When tasting multiple vintages of the same wine, is there a preferred order?
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Dear Dr. Vinny,
When tasting multiple vintages of the same wine, is there a preferred order? For example, youngest to oldest?
—Robert, Pittsburgh, Pa.
When setting up tastings, there are a few strategies to employ in a flight of wine. It makes sense to go from lighter-bodied to fuller-bodied wines, from drier to sweeter, and from less tannic to more tannic. A light-bodied wine tasted after a full-bodied wine may appear thin in comparison, drier wines appear tart, and less tannic might seem weak.
When it comes to verticals (different vintages of the same wine) I’ve had flights set up in either direction. When they go from oldest to youngest, the older wines are often less tannic and lighter-bodied than younger wines, so there’s a natural progression of body and tannins. Sometimes that’s really helpful, because tannins can cling to your mouth and make it tough to appreciate more elegant, lighter wines.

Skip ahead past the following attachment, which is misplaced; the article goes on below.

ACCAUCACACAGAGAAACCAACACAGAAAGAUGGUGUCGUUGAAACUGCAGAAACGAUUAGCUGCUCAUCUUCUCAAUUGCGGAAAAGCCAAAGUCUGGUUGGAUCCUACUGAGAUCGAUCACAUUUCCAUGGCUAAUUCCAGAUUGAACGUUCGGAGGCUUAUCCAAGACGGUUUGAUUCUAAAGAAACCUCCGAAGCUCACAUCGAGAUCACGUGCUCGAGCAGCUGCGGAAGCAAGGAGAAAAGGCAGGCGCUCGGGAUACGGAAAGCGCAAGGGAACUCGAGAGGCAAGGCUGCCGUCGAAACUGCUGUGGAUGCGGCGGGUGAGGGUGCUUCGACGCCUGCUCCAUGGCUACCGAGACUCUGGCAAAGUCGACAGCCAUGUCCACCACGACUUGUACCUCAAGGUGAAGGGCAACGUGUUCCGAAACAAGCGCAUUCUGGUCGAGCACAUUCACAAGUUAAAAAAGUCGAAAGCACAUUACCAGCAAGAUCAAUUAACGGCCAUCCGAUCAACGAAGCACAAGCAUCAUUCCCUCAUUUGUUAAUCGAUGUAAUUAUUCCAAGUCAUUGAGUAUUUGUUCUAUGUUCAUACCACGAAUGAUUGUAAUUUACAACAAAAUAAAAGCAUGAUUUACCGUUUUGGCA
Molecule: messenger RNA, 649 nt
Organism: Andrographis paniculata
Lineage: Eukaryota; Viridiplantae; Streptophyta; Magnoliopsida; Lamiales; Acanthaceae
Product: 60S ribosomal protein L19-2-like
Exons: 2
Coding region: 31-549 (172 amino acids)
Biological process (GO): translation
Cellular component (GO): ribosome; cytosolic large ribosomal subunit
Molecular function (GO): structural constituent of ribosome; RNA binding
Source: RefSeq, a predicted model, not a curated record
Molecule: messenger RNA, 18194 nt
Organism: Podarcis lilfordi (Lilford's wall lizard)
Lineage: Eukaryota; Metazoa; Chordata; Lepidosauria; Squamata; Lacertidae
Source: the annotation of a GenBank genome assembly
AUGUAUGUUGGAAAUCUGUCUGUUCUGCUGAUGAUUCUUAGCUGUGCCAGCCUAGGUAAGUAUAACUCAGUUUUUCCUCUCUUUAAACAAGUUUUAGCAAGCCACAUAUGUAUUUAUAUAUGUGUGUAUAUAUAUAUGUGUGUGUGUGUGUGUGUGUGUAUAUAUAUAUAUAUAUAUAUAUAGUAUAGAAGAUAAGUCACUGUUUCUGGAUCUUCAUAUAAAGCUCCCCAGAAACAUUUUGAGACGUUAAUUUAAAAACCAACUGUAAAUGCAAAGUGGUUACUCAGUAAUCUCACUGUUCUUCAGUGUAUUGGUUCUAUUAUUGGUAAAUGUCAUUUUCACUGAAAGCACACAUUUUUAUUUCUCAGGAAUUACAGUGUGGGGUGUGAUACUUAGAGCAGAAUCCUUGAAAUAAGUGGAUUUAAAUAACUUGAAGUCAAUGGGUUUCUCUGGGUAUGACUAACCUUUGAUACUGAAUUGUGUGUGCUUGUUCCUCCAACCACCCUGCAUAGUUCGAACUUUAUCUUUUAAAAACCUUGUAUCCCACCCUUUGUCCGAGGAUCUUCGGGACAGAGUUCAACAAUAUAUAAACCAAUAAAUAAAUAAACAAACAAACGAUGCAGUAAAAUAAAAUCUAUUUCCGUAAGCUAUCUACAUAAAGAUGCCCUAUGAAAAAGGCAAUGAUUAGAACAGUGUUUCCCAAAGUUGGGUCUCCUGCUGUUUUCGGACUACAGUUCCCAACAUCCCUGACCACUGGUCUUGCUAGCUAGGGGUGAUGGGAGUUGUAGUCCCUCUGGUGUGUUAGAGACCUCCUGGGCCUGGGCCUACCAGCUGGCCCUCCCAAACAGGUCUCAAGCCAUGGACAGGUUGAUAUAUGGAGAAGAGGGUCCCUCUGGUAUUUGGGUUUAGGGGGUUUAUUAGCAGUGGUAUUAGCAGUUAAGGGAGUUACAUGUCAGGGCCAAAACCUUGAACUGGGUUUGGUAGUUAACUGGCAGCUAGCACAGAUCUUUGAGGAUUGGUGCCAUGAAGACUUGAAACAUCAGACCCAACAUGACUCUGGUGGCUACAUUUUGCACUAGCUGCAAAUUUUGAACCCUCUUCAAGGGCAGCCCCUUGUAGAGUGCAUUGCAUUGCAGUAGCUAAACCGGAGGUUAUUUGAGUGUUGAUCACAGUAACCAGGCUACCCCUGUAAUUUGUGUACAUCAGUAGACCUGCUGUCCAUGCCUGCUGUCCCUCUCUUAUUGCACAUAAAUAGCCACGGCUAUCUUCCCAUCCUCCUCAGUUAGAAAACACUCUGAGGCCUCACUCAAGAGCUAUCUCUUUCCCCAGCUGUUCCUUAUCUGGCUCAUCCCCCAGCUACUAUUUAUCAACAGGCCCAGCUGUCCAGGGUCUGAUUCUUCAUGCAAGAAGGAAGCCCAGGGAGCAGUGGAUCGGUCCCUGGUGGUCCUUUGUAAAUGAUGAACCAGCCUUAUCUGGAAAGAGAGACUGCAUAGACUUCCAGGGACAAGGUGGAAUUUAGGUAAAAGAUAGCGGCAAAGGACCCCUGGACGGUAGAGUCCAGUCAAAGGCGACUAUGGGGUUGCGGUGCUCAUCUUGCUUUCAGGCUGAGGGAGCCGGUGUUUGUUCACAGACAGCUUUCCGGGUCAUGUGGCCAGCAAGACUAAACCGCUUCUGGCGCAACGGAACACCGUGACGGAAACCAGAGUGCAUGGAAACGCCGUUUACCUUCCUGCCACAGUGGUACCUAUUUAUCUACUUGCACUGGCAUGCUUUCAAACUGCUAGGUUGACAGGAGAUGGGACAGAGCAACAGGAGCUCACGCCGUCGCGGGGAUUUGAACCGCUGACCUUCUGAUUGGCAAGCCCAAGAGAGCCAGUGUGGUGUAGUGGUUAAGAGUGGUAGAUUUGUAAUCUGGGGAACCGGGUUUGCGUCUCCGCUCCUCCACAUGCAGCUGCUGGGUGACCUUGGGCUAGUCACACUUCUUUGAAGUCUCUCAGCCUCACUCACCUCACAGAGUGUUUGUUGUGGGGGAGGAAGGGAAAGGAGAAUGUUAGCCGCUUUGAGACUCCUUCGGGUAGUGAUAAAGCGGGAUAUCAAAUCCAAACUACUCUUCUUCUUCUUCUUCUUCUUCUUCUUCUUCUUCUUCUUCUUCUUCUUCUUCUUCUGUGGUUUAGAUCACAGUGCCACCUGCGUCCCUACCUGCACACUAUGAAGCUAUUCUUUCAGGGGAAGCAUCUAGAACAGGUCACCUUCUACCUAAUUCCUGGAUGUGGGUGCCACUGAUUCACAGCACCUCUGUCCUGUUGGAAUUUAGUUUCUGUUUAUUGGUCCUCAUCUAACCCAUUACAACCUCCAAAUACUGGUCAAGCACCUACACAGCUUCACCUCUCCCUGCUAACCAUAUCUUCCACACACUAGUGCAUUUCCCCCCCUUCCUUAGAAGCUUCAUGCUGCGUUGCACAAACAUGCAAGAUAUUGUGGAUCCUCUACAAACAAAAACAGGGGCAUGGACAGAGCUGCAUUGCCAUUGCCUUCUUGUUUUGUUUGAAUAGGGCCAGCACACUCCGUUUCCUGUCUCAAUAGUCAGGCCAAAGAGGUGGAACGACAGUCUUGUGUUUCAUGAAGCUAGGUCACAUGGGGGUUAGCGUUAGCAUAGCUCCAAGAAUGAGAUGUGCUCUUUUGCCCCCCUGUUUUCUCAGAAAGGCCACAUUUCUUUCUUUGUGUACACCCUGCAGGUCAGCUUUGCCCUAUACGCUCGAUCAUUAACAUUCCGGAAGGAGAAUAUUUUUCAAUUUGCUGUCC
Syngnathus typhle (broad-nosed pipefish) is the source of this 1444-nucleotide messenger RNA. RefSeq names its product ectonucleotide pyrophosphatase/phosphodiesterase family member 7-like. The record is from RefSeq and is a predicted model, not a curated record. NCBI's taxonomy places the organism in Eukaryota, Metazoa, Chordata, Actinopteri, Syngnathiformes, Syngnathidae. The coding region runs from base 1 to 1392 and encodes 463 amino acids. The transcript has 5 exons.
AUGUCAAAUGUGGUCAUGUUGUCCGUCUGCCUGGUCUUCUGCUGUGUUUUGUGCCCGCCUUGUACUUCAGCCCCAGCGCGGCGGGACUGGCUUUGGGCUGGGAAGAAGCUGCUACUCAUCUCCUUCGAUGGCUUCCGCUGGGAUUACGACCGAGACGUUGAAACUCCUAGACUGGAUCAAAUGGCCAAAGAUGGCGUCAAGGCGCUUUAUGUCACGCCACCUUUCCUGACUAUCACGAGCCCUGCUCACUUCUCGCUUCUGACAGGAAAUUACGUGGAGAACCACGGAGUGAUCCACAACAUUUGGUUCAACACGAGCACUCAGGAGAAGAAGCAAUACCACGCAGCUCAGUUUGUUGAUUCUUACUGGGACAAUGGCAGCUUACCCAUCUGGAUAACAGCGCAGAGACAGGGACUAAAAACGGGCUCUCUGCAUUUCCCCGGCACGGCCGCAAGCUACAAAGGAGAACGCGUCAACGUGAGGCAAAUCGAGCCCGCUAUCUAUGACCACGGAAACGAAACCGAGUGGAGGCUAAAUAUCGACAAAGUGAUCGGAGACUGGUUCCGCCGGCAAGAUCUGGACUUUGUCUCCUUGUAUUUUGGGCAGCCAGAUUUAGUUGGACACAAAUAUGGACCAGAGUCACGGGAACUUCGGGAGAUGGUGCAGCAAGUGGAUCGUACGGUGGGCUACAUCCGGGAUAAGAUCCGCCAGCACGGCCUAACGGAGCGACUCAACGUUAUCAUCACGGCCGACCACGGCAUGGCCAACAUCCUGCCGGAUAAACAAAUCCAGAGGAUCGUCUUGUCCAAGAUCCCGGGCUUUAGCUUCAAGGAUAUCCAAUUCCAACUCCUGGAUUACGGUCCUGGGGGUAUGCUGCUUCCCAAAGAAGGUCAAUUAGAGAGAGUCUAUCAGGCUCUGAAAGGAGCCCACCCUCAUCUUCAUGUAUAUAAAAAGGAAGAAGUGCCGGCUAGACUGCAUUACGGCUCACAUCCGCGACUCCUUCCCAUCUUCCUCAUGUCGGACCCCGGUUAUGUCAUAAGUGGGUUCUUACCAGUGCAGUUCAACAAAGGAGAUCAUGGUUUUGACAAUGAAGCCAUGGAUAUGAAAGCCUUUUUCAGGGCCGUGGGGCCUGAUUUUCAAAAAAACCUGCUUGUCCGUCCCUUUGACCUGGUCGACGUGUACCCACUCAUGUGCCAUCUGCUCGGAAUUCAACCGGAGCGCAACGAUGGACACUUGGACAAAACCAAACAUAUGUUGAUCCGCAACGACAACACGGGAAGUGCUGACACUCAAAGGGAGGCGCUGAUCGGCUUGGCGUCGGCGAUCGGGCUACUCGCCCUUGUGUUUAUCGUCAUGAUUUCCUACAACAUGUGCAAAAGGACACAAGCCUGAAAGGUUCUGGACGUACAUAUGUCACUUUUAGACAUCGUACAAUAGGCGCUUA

But most of the time I see verticals go from younger to older, with the thinking that the older wines will be more complex and nuanced than their younger counterparts. It also follows the progression of a wine’s evolution. That direction also follows a wine’s evolution as it gains bottle age, which can be fascinating.
A third option is to group the wines stylistically, for instance, to taste the wines from hot vintages together. Regardless, a vertical is a great chance to look for a common thread in a wine.